Dec 12

Holy MTHFR!

If I say MTHFR, then Methylenetetrahydrofolate Reductase are the two words that pop into your brain, right? No? Well, hopefully after reading this, you’ll see more than that swear word that caught your attention.

If I next mention bipolar struggles, rapid mood swings, depression, anxiety, heart disease, strokes, macular degeneration, miscarriages – and any of these issues hit home for you, then read on, because you might just want to know about MethyleneTetraHydroFolate Reductase – better known by its abbreviation – MTHFR.

MTHFR is a gene and like all genes, it acts as a light switch – turning on or turning off various body processes. In this case, MTHFR takes folate (vitamin B9) and methylates (converts) it into methylfolate (5-methylTHF). Hardly seems like a big deal, does it? Yet, if you belong to an autism, Pandas, Lyme or chronic fatigue group, you’ve probably noticed a big buzz around this thing called methylation. While the past decade has seen MTHFR studied in terms of cardiovascular disease and cancer, it turns out it might also be a very big deal for those raising kids with developmental, neurological or behavioral symptoms and for those fighting chronic infections.

Methylwhat?

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Sep 05

Repost: You are not alone!

This is a repost from the spring. Since then, much has changed in my life, but this feeling – that I am not alone, never alone in my feeling about being the mother to a child with sometimes baffling behavioral special needs – is still ever present. Since April, when I first wrote this, our blog readership has almost doubled, our Facebook community has literally doubled, and more and more people every day are finding us. As the person who runs this blog and Facebook page I’m faced with the need to accommodate our Easy to Love family by creating a forum – one where folks can post anonymously, if needed, but also a place where we can grow as a community.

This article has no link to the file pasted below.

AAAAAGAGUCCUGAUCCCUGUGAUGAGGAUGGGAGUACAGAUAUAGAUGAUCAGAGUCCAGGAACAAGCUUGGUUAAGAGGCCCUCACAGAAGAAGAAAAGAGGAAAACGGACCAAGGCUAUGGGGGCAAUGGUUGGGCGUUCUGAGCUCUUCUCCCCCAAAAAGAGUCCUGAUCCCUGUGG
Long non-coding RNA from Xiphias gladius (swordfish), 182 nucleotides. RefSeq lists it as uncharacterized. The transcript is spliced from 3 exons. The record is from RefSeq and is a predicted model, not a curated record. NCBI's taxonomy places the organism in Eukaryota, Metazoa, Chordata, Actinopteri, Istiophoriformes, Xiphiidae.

In any case, I thought this was a good post to re-share at this time of community growth. This was the first time I talked to a group of parents about my experiences raising a child who is easy to love but hard to raise, and it was a powerful experience for me.

Thursday night I had the privilege of speaking to a group of parents at the Chesapeake Bay Academy, a special needs/learning challenges school in Virginia Beach. I was invited there to talk about our book. I thought long and hard about what I should say to these parents. I didn’t want it to be a book infomercial. I also didn’t want to read a lot, since listening to someone read is kind of boring. But I wanted to convey the main message of the book: as the parent of a child with an “invisible” special need, you are not alone. Continue reading

Jun 15

Gripped by Fear

I had the strangest experience the other day. I became totally overwhelmed with anxiety. Not your run of the mill worries. Not an “Oh man, this sucks, I wish I didn’t have to face this” kind of worry. I’m talking about an “OMG, the world is closing in around me, I can’t breathe or scream for help and no one seems to be noticing” kind of worry.